David Clark in the Guardian is pointing out that people are thoroughly bored with the Tony Blair versus Gordon Brown show. So I thought I’d settle the matter once and for all by setting a date for Tony’s departure, based on quantitative economics rather than all this nebulous political stuff. I am taking my modelling strategy from David Clark’s observations that what really matters here is 1) the non-Blairites perception of whether Tony is staying or going and 2) how vindictive a victorious Gordon is planning to be to the Blairites. So let’s make a model.
We start by assuming that there is a single “representative” MP, that all he wants is a “prize” (say a ministerial job or some other sort of preferment) and the only way he can get a prize is by grovelling. He has to decide whether to grovel to Tony or to Gordon. We model this thing starting from day 1 of the current Parliament.
At some date between 6 May 2005 and 5 May 2010, Tony will leave. Before this date D, Tony can give prizes and after this date, Gordon can award prizes to those who don’t have them, and take prizes away from those who do have them. So, assuming that the MP’s objective is to own a prize on 6 May 2010 (on which day we assume the game ends), he has to choose the grovelling strategy which maximises his chances of having a prize at the end, subject to the following rules of the game (a “grovelling strategy” is a calendar for the next 3651 days specifying who he plans to grovel to on each day. We simplify the game mightily by only considering strategies of the form “grovel x days to Tony and afterwards grovel to Gordon”, but I don’t think this is unrealistic; you only really get one chance at regicide). Set up the game with the following rules:
1.The likelihood of getting a prize from Tony is increasing in X; the more days you grovel to Tony, the more likely he is to give you a prize.
2.Gordon hates Tony, so the more days you grovel to Tony, the less likely you are to get a prize from Gordon, and the more likely you are to lose the prize that you got.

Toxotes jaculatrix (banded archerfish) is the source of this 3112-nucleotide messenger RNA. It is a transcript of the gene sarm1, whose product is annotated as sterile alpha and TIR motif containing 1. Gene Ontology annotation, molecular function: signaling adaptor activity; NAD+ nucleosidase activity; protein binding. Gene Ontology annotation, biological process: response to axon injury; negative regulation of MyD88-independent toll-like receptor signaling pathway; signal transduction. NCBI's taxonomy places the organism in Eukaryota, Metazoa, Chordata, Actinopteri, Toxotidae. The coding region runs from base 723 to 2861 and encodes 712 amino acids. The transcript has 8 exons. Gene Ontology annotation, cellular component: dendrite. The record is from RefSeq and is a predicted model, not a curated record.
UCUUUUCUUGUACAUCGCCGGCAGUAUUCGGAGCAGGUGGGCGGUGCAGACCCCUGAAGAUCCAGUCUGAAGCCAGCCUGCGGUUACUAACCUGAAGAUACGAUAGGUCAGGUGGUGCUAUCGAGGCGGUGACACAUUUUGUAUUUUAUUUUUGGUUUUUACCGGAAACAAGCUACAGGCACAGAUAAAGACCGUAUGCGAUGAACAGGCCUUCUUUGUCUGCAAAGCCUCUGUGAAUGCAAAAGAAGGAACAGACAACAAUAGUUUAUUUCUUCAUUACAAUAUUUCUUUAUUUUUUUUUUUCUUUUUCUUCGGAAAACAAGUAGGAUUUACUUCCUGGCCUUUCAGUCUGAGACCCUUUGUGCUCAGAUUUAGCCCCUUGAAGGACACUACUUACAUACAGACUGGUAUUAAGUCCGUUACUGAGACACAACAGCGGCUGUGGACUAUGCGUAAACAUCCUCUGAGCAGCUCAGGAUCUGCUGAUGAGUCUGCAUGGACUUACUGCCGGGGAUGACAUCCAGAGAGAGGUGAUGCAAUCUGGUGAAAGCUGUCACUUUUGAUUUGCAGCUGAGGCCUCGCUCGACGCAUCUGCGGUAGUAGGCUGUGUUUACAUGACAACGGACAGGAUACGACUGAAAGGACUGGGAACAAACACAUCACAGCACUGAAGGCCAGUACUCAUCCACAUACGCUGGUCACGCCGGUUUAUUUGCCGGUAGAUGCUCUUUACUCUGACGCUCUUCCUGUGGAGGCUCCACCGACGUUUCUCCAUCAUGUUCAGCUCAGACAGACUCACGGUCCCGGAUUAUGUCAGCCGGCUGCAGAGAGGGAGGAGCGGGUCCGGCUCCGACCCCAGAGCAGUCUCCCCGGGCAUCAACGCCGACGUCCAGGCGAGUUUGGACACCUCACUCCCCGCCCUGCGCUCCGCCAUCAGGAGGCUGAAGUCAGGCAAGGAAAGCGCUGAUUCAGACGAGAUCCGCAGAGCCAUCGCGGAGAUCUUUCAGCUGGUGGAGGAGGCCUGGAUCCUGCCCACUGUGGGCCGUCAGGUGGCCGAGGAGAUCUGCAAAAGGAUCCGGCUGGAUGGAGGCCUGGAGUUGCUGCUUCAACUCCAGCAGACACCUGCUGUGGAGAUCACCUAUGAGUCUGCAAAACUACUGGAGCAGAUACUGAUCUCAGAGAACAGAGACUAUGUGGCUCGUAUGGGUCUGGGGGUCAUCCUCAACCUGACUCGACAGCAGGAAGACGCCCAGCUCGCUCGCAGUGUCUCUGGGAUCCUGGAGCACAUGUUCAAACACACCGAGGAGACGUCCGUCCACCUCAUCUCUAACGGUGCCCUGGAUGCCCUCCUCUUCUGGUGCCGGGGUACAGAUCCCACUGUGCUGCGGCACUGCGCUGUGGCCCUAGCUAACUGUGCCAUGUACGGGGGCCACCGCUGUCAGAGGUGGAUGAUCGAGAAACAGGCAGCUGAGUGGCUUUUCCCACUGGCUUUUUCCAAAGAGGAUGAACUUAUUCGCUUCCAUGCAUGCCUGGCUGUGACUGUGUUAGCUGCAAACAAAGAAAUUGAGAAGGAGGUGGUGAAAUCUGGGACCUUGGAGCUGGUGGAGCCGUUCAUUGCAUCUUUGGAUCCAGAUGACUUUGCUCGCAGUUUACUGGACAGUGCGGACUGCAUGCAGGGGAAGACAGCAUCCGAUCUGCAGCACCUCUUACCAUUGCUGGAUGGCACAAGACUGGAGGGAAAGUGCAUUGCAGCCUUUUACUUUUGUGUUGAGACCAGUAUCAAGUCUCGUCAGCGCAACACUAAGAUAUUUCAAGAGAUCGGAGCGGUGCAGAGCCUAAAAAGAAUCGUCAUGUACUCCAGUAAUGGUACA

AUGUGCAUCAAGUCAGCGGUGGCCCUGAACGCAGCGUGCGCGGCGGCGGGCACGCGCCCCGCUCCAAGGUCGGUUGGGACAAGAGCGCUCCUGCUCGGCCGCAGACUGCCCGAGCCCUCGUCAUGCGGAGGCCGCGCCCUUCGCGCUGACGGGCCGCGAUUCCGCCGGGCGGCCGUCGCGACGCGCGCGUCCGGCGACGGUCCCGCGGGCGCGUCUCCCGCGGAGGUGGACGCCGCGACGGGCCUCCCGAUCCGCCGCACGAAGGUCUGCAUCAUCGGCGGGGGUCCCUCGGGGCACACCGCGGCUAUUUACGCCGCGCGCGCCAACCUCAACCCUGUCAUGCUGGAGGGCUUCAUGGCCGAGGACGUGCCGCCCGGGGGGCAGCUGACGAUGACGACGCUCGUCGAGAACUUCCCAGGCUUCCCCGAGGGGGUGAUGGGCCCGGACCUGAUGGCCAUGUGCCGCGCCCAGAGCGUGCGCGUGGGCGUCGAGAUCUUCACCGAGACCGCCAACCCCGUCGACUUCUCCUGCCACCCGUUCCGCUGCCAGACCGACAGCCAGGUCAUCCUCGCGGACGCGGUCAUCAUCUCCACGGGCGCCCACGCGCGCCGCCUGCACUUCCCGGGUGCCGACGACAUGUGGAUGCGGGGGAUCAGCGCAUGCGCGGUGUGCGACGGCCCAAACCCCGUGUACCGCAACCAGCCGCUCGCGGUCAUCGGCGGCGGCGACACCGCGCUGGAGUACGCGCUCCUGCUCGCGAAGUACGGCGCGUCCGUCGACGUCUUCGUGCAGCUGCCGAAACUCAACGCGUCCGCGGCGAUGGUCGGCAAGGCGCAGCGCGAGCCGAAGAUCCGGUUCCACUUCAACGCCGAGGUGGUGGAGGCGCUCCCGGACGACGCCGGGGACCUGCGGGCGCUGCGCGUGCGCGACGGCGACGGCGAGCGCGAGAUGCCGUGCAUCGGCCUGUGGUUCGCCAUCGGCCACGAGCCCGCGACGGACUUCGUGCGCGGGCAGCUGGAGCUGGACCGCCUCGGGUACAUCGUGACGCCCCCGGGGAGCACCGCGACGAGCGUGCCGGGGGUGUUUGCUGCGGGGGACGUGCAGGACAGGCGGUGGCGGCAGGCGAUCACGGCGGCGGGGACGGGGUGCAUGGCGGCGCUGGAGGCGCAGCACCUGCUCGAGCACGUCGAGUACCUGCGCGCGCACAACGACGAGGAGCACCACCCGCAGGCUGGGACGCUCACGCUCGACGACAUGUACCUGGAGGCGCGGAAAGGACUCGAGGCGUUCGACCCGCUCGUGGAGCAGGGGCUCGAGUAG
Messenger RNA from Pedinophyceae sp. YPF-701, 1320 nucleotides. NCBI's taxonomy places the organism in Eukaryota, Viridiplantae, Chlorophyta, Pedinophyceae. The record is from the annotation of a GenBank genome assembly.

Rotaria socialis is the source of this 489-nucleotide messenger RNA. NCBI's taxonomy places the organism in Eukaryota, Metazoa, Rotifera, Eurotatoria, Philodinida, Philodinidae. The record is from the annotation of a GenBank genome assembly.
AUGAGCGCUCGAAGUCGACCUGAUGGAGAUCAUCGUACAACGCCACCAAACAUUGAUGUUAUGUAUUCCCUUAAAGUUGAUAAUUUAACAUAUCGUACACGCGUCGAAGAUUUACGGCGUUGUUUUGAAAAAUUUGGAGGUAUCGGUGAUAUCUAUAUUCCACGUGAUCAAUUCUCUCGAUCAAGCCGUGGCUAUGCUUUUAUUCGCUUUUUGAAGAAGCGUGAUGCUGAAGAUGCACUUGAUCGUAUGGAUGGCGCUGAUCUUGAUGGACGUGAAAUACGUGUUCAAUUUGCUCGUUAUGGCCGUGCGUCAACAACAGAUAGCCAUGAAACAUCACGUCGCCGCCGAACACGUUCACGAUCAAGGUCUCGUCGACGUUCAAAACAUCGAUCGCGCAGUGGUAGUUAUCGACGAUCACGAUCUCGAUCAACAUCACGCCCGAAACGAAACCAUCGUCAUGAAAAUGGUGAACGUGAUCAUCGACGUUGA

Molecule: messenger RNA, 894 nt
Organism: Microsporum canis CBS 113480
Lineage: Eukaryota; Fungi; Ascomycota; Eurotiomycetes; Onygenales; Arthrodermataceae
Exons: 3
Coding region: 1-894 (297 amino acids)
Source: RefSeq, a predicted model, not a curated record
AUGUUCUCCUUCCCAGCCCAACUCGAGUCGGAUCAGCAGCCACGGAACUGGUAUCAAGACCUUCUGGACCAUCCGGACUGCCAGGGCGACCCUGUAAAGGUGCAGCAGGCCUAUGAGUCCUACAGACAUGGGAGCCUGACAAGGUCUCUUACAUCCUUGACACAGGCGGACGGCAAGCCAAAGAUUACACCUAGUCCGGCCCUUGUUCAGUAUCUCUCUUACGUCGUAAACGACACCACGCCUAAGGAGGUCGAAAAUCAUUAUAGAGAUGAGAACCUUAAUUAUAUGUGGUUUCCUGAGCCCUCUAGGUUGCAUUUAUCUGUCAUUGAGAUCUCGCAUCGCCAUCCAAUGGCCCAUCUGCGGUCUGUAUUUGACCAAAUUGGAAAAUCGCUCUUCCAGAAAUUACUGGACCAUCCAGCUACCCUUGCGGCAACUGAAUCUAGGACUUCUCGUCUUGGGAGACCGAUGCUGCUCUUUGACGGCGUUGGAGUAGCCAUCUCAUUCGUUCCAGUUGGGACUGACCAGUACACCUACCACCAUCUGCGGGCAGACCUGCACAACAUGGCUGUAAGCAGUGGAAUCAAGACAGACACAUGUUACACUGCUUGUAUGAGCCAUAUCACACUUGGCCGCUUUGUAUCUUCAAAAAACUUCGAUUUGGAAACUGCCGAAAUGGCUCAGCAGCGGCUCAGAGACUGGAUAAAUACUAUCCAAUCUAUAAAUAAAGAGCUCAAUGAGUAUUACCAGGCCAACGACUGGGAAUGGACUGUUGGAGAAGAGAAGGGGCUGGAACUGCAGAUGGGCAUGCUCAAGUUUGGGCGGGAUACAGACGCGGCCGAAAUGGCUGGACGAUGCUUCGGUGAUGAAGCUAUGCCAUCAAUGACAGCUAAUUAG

3.However, people who have a prize are more likely to keep it than people who don’t have a prize are to get one.
4.The representative agent starts the game grovelling to Tony. When he switches to grovelling to Gordon, Tony has to resign and grovelling to him is no longer any use.
5.If you get a prize from Tony, then grovelling to Gordon will neither help nor hinder you; you will either keep or lose your prize, depending on whether you’re on Gordon’s shit-list. (This is a bit arbitrary but makes the maths much simpler)
6.When Gordon gets in, the shit-list is only relevant to people who got prizes under Tony. People who didn’t get prizes under Tony have the slate wiped clean and their chances of getting a prize from Gordon only depend on the amount of grovelling to Gordon that they did.
We can make this a bit more specific by introducing three functions:
Gt(x) is Tony’s grovelling function; the probability of getting a prize from Tony expressed as a function of the number of days spent grovelling to Tony
Gg(x) is Gordon’s grovelling function; the probability of getting a prize from Gordon expressed as a function of the number of days spent grovelling to Gordon (which, of course, equals 3651 days minus the number of days spent grovelling to Tony).
V(x) is Gordon’s vindictiveness function, the probability of losing a prize given to you by Tony, expressed as a function of the days spent grovelling to Tony.
To make the functions specific, let’s say that on every day you spend grovelling to Tony, you have a probability p of being given a prize by Tony and a probability q of going onto Gordon’s shit-list of people who are to have their prizes taken away. Once Tony is gone, every day spent grovelling to Gordon (assuming you don’t have a prize) gives you a probability r of getting a prize. This means: